It was a belief that all men were born evil and that education couldn’t improve them. The law should be supreme and there should be a strong centralised government exercising absolute power by means of harsh punishments. For this to work, the state needed to be powerful and wealthy with the leader being an autocrat. However there should be equality before the law – no-one was to be punished more severely because of their station in life. Other philosophies should be denigrated and their books burned and teachers executed. All people should have occupations that materially benefitted others such as farming or weaving. Anyone trying to make money through other occupations would be taken into forced labour (slavery).
Other beliefs were that groups of families should be responsible for each other’s good behaviour & sharing each other’s punishments; anyone denouncing a wrongdoer would be rewarded whilst anyone who failed to denounce one would be cut in two.
Han Fei Tzu was one of the ruling family of the Han Dynasty. He was a keen law student and did much writing as he had a speech impediment. He criticised the Confucians for wasting time in pointless discussion and that too many scholars meant too few people producing food. The Confucian Han ruler didn’t agree with his ideas so, in frustration, he wrote a book, ‘Han Fei Tzu’, which laid out the main points of Legalism. The Qin ruler read it and called him to serve in his government. Unfortunately jealousy from other officials led to his being imprisoned and finally to his suicide.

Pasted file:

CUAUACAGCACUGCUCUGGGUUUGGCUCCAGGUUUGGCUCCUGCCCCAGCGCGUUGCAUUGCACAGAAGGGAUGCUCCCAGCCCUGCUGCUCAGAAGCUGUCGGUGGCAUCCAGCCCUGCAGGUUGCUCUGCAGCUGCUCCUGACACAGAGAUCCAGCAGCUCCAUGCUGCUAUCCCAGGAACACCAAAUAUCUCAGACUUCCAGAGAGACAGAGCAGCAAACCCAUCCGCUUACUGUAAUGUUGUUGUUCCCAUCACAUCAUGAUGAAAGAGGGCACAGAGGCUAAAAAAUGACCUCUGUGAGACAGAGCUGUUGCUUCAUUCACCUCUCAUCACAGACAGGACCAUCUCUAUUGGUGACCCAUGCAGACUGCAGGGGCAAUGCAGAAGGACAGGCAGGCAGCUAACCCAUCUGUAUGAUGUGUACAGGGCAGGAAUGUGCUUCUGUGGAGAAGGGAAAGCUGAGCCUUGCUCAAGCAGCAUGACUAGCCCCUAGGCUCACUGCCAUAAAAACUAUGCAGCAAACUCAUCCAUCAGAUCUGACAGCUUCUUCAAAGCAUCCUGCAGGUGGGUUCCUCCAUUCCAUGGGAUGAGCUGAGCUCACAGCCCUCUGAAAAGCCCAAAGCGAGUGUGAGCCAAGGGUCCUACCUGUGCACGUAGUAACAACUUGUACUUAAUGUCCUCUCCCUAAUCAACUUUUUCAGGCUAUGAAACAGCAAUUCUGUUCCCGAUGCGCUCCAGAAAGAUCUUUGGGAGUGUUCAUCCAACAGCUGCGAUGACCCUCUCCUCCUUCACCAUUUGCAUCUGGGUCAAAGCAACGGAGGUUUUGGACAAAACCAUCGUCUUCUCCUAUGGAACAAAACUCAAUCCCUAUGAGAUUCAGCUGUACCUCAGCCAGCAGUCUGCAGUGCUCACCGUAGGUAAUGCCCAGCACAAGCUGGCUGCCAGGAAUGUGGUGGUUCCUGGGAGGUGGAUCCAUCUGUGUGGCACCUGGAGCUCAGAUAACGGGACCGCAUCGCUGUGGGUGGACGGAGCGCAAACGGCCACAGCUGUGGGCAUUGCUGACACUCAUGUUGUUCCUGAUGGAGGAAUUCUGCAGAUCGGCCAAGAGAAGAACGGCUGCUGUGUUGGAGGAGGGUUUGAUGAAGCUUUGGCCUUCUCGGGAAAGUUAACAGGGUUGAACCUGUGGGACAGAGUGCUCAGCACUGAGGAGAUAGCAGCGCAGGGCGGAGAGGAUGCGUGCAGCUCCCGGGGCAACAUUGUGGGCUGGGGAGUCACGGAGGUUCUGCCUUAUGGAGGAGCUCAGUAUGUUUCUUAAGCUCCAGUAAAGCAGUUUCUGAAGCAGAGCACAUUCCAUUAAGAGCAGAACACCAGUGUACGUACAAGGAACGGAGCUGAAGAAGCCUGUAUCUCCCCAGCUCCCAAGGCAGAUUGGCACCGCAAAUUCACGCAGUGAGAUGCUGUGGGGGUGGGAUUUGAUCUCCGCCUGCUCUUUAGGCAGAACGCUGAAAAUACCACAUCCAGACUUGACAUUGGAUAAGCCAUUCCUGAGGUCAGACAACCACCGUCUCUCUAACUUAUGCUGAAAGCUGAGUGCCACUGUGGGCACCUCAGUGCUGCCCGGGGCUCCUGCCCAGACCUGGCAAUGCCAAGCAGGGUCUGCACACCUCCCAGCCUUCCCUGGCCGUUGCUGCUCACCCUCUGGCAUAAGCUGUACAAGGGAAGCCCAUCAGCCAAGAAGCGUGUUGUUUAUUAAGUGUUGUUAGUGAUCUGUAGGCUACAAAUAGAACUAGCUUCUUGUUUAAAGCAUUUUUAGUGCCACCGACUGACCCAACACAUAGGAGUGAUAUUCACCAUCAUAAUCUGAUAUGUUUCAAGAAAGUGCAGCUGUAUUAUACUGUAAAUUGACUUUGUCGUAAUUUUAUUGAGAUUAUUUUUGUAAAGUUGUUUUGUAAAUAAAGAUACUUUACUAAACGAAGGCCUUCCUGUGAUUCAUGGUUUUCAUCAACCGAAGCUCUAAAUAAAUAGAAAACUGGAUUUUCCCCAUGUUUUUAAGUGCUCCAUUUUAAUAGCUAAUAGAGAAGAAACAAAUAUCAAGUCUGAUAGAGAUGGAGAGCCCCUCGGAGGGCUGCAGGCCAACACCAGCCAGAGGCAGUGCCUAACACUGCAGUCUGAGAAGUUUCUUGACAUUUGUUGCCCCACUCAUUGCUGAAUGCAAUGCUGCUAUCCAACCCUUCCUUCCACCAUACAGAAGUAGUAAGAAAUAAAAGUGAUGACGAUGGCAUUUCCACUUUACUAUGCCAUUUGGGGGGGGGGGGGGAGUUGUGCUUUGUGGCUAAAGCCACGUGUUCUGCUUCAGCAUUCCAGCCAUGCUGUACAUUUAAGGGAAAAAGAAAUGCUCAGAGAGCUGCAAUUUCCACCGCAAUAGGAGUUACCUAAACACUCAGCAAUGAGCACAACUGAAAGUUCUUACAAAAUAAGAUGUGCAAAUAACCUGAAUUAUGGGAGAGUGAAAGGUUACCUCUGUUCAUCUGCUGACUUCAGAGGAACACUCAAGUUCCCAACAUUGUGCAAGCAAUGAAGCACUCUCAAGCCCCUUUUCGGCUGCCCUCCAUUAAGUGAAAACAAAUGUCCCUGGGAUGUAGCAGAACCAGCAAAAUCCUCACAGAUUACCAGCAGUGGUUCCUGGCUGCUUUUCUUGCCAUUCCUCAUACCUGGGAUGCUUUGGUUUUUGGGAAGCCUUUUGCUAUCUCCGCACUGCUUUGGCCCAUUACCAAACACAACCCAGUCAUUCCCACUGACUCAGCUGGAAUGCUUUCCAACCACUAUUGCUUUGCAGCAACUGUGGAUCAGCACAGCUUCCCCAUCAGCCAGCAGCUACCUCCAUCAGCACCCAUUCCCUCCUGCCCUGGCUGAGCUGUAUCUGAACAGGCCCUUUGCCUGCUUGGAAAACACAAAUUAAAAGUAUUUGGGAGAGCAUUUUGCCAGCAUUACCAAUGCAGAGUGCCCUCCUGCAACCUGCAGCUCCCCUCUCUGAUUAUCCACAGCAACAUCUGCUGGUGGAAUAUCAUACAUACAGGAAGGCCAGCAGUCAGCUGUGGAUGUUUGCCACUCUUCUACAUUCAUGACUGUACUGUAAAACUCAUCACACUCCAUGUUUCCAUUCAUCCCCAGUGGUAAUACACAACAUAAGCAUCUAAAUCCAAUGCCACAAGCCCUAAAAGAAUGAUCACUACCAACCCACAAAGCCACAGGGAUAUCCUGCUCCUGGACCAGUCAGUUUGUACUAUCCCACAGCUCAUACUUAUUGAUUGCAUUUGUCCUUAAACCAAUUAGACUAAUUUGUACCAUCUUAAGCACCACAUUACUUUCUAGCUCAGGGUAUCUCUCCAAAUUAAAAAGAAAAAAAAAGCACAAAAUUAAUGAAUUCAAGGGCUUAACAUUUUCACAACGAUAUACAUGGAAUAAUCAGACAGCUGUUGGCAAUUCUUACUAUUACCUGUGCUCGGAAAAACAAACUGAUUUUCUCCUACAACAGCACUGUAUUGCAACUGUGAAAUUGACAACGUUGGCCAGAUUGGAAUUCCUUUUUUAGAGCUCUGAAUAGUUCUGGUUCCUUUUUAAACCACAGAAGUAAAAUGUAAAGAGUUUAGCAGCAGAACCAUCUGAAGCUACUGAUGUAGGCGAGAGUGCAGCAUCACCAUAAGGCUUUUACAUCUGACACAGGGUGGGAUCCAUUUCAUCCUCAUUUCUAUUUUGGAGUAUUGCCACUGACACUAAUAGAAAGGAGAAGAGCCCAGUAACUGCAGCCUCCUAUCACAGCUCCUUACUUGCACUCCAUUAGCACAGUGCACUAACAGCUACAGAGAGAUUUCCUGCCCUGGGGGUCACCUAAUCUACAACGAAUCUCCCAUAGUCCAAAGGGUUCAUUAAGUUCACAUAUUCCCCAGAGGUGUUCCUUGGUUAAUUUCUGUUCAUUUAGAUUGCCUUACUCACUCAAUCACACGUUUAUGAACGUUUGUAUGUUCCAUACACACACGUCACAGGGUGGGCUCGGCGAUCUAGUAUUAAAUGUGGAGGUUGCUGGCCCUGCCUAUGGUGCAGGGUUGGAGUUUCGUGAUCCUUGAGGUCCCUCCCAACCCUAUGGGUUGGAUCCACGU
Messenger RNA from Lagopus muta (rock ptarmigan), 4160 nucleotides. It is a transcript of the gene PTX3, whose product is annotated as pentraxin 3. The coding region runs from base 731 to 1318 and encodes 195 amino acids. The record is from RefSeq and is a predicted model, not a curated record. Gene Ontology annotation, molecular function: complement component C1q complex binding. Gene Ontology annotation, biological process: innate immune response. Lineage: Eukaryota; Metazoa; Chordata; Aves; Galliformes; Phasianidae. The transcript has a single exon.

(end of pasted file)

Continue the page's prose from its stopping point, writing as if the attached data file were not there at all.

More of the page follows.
Legalism, however, ended up as being self-defeating. People began to revolt and local officials did nothing about it as they were afraid that if they told the higher authorities it might be seen as criticism of the government and would end up with their being executed. Thus the government didn’t discover about the rebellions until too late and the government and Legalism ended.
Although, ultimately, legalism failed and was later demonised, it did succeed in uniting China and many of their ideas have appeared at various times during Chinese history, most recently under Chairman Mao.